One of the best things about living in Australia is the high level of choice we have in everything from milk to superannuation funds. For many of us, having a choice of where our super will be held is an important part of our investment management and a decision that should not be made without sufficient research.
Whether you are changing employment or you’re not happy with the fund your employer offers, below are several key points to consider in selecting a super fund to meet your needs. Also listed are seven actions you can take to help yourself on the path to making the right choice for your future.
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It’s Your super
There is a range of options available for investing your super – retail funds, industry funds, corporate and public sector funds; or you can choose to manage your own. The choice of fund may depend on your employer or industry. Regardless, this is your money that is being invested for your future use, so it’s crucial that you take a keen interest in your superannuation.
Action 1 – Ask your employer if you can choose your own super fund.
Super is a tax-effective way to invest. Your super fund should give choices of investments – after all, one way of investing is unlikely to suit everyone. How much choice you need depends on your personal circumstances such as how much money you have in your fund, your attitude to investing, and how much involvement you wish to have in making investment decisions.
Does your fund provide suitable options? Are you invested in the most appropriate way? Your choice can make a big difference. There are generally five or six different investment options which can provide you with varying levels of exposure to each asset class. For example, a capital secure fund may invest your money predominantly in bonds and cash or interest rate products. A balanced or diversified fund on the other hand, might invest your money partly in bonds, cash and interest rate products and partly in shares and property.
Action 2 – Ask your super fund what investment choices they offer.
All super funds will charge fees in some way. The key issue is not the fees but the value provided by the fund. Like all things “you get what you pay for”. Some simple funds are cheaper but may not offer the options and facilities you need. Some funds may be too complicated or expensive for your needs.
Do you use the facilities offered by your fund? Are you paying for things you don’t need or missing opportunities from a fund that is too basic?
Action 3 – Ask your super fund what fees they charge.
If you have insurance cover via your superannuation you probably think you’re adequately covered, yet if something bad were to happen, you might be in for an unpleasant surprise – and by then it might be too late.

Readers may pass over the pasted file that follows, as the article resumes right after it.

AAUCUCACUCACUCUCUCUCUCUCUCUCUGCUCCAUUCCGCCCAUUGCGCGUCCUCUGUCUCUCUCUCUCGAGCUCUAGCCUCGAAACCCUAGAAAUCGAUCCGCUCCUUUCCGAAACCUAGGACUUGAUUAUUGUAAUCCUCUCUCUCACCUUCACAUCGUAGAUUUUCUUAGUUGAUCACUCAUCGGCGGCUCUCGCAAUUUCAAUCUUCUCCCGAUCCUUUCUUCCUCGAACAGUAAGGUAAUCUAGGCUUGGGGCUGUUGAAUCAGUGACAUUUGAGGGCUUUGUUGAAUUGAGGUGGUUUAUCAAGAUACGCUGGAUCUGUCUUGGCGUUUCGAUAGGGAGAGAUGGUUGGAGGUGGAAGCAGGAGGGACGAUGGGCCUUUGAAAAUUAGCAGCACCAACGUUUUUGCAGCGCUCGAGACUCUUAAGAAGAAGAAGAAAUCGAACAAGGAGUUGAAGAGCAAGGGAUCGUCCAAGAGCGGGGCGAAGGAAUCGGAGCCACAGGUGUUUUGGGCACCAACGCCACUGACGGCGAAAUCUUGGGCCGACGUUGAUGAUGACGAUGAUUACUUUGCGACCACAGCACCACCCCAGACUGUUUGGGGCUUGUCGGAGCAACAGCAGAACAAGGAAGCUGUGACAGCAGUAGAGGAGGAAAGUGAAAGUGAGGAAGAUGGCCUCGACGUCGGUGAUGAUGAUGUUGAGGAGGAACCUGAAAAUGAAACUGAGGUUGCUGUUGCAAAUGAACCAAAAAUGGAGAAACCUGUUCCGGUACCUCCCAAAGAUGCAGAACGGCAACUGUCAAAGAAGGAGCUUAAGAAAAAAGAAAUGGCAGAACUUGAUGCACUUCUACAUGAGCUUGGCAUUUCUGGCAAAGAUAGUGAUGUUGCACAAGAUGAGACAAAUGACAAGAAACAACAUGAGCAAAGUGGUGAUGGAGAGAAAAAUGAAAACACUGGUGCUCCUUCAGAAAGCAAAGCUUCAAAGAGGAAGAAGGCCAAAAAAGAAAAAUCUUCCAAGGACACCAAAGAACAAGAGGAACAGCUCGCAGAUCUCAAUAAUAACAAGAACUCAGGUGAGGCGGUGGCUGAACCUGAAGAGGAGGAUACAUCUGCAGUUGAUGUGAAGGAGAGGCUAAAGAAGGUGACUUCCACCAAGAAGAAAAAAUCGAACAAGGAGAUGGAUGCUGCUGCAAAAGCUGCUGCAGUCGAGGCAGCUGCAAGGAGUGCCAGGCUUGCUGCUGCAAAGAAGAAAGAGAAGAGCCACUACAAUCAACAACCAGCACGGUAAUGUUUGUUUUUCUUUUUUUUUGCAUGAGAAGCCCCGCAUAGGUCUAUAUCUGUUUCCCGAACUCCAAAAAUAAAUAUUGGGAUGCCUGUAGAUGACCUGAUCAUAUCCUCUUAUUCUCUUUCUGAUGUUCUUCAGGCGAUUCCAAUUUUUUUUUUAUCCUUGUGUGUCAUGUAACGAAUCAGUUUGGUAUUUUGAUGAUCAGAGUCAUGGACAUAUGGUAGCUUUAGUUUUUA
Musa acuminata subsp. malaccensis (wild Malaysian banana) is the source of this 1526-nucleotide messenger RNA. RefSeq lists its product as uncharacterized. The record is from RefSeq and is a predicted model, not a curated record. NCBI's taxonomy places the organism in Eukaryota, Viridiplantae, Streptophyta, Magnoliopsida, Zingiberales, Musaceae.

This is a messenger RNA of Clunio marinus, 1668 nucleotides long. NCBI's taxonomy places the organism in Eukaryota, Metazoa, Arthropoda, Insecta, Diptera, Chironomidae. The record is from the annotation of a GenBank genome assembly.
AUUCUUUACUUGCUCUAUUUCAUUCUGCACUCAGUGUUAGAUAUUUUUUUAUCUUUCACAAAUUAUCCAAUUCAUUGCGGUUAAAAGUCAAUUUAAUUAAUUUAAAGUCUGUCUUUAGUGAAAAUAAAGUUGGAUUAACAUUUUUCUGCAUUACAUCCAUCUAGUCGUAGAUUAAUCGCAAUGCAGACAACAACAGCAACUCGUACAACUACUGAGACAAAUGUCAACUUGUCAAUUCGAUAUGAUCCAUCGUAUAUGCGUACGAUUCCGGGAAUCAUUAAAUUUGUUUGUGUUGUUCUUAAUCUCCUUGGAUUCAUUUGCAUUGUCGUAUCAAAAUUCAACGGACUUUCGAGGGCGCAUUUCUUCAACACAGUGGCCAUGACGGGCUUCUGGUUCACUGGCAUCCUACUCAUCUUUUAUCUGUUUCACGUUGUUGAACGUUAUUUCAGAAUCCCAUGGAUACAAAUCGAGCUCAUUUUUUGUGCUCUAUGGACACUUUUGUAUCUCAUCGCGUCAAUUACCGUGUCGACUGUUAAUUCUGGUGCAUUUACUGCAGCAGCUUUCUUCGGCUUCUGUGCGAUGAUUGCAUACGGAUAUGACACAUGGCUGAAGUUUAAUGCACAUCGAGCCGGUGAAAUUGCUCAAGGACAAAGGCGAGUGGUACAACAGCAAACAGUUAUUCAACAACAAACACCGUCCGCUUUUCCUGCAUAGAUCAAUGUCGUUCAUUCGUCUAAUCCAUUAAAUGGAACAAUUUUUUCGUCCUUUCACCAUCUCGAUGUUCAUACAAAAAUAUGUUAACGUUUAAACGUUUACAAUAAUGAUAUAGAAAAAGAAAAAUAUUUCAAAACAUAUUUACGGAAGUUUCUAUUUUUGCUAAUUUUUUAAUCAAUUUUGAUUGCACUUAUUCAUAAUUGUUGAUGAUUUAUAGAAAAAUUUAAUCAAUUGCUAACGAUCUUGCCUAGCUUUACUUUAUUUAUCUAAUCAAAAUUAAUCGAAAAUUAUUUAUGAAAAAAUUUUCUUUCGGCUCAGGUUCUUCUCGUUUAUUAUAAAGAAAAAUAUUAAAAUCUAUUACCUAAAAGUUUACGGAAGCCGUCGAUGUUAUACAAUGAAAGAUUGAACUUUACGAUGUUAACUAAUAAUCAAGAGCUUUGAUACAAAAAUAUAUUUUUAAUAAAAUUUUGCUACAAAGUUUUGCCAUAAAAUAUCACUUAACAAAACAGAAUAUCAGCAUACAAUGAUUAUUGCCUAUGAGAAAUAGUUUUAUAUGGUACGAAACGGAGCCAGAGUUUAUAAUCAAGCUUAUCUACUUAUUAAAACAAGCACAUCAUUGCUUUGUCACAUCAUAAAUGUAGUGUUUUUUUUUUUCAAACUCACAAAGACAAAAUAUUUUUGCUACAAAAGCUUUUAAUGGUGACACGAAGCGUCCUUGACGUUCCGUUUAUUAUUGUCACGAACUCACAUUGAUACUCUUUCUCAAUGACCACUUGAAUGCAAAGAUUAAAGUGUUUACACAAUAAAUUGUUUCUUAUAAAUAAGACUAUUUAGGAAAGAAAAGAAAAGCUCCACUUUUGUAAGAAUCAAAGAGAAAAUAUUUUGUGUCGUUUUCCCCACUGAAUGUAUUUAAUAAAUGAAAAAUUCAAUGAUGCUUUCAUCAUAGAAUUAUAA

Many super funds provide a simple, low-cost and tax-effective way to get insurance cover in the event of death or disability but you need to determine if the current level is appropriate to you. And review the cover at each stage of your life.
Another point to remember is that a portion of your super contributions is used to pay the insurance premiums. This means that you’re not contributing as much as you believe.
What personal insurance cover do you have now? Is it too much or not enough? Is it better to pay the premiums personally or from your super fund?
Action 4 – Determine what personal insurance cover you need. Ask your super fund about what insurance is offered and do the sums. Then talk to your financial adviser.
Range of services
Super funds have become more competitive and offer a wide range of services to make it easier to keep track of your investment and tailor it to your needs.
Can you access your account online? How easy is it to make contributions or switch investments? How often does your super fund send you statements, updates or news about your fund? What education services such as seminars, online calculators and guides are available? How easy is it to speak to a human being?
Action 5 – What other services does your super fund offer?
More super choices
Your superannuation needs to provide for your future – the planned and the unexpected. For most people their super will pay an income when they retire as a pension or “retirement income stream”. When you die the super fund will pay out your super to your dependents or your estate. In some funds, you can advise or direct the fund as to how your super is paid out.
Does the fund allow binding death benefit nominations? Does the fund provide a range of pensions with suitable investment options?
Action 6 – What other important choices does your super fund offer?
Super funds have to invest, provide insurance and other services for fund members who make no choice – this is called the “default” option.
How will your money be invested if you make no choice? What insurance cover will you have?
Action 7 – If you have “chosen” the default option, will it meet your individual needs?
As you can see, choosing the right super fund is a major decision. There is a lot to consider. If it all seems too hard, give us a call and we can evaluate your options and help you make the best choice for your specific needs.